How to Become a Midwife in Ohio
Nurse midwives help provide reproductive care to women, but also offer needed services during pregnancy, including up to and through delivery and even after. Their focus often centers on listening to the patient and understanding and respecting their input when it comes to decisions about their health care. Individuals interested in becoming a midwife typically need to have a nursing background, and then be accepted into a master's degree program in the field to be able to become a licensed, certified nurse midwife. According to U.S. Bureau of Labor Statistics (BLS), Ohio is home to approximately 170 professional nurse midwives. However, the American College of Nurse-Midwives (ACNM) suggests that those considering this career path spend time with a certified midwife beforehand to learn about the occupation, become familiar with the various practice settings, and even discuss potential prospects for the future.
Educational Requirements to Become a Midwife in Ohio
To become a nurse midwife in Ohio or elsewhere, one typically needs a master's degree in nursing, according to the BLS. This degree generally takes two to three years of full-time study to complete and includes foundational classes such as advanced pathophysiology, pharmacology, and physiology. After that, students in a master's of science in nursing (MSN) program might take courses such as:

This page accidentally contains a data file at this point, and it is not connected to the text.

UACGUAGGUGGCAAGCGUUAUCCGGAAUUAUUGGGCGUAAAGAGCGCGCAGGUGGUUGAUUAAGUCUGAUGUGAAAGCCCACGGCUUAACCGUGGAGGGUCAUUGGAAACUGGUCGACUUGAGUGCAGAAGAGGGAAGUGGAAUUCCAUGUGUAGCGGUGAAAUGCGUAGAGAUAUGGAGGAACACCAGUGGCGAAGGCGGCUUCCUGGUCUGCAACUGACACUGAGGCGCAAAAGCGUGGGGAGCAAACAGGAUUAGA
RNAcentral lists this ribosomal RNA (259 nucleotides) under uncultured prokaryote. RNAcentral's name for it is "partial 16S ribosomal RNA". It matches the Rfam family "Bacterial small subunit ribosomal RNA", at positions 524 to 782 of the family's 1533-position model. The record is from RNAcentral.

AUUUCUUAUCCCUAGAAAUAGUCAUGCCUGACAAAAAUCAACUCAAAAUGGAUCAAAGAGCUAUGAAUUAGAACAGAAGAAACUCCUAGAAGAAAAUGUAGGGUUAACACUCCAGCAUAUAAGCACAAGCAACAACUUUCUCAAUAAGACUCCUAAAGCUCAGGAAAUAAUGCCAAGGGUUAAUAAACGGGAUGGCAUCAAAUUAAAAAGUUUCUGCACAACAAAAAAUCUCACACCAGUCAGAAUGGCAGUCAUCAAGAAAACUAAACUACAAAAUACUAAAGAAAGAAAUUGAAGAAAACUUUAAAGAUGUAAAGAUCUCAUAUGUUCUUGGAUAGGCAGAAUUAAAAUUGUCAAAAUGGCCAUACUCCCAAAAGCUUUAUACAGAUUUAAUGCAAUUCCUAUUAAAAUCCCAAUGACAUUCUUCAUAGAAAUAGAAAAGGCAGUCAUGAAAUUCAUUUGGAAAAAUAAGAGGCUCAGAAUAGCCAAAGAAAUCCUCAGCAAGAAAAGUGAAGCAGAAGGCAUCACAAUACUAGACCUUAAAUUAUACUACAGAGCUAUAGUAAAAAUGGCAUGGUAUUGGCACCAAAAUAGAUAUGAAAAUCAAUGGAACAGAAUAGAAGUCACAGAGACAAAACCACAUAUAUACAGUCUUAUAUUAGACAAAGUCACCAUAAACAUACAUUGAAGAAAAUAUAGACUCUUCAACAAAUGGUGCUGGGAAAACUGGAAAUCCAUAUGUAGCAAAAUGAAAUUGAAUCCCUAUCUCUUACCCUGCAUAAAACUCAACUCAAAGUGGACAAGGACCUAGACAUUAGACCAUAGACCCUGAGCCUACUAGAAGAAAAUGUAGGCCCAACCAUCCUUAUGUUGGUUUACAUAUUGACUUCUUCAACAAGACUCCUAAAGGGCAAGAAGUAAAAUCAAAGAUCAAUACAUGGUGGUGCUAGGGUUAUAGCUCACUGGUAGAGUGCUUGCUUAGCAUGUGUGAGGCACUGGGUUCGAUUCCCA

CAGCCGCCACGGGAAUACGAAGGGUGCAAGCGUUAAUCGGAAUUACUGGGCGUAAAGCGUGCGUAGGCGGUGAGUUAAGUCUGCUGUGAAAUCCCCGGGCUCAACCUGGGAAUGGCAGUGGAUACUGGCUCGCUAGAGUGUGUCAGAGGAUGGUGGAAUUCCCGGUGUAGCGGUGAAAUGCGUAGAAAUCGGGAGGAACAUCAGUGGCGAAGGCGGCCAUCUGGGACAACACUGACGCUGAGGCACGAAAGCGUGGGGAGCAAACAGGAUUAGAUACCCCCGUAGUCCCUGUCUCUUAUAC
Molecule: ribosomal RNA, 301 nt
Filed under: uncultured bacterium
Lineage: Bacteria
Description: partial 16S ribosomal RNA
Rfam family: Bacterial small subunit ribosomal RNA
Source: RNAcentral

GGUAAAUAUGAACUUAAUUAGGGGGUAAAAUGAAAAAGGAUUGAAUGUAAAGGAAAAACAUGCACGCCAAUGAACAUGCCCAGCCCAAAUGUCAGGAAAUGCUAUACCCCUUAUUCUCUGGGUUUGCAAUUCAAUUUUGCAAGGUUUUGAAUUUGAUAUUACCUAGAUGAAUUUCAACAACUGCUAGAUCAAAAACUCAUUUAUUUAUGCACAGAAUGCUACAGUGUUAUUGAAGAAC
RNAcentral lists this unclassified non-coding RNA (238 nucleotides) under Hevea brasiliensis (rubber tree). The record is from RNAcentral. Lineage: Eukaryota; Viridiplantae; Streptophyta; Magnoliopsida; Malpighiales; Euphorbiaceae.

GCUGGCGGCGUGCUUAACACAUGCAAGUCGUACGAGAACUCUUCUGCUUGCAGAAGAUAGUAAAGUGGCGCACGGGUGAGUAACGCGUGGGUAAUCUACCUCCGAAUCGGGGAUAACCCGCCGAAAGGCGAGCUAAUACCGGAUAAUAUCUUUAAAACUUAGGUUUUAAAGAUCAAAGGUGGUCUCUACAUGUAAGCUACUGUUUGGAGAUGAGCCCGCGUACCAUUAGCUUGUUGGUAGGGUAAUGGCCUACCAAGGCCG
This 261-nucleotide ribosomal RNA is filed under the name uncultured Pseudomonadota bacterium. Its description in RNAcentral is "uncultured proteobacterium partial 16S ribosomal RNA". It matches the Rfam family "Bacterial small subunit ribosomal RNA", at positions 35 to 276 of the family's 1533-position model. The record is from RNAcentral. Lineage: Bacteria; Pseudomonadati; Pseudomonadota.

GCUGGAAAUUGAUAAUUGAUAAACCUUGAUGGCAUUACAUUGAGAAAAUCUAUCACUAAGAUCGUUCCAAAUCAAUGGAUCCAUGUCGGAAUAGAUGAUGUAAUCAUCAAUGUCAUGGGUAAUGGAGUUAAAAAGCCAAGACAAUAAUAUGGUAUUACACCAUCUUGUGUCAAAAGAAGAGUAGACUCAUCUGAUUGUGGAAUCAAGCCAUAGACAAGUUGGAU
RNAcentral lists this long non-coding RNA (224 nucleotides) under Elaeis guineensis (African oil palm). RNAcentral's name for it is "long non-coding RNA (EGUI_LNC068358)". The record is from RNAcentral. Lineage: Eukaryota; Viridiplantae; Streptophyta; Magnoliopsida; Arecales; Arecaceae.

- Well Woman for Nurse Midwifery
- Conceptual Frameworks for Nurse Midwifery
- Advanced Reproductive Dynamics
- Integration and Professional Issues for Nurse Midwifery
Practicum hours will also be part of any MSN program in midwifery. These give students the opportunity to work in healthcare settings under the supervision of a qualified professional, and build their skills providing antepartum, intrapartum, and postpartum care. A capstone project may be required as well, allowing students to synthesize all of their learning and experiences in a final cumulative project. Two midwife programs available in Ohio are offered through the University of Cincinnati in an online format and at Case Western Reserve University in Cleveland. Additionally, Case Western also has an accelerated program that can be completed in less than two years, but includes a summer session.
Licensing Requirements to Become a Midwife in Ohio
In Ohio, individuals with specialty education in midwifery must become licensed as advanced practice registered nurses (APRNs). This requires having RN licensing in the state and then pursuing a certificate in the area of expertise pursued through their graduate-level education. For example, someone interested in becoming a certified nurse midwife (CNM) in the state would seek a Certificate of Authority (COA) through the Ohio Board of Nursing to practice as a CNM. Applicants for the COA must already:
- Have a graduate degree or post-graduate certificate
- Be licensed as a registered nurse (RN)
- Have national certification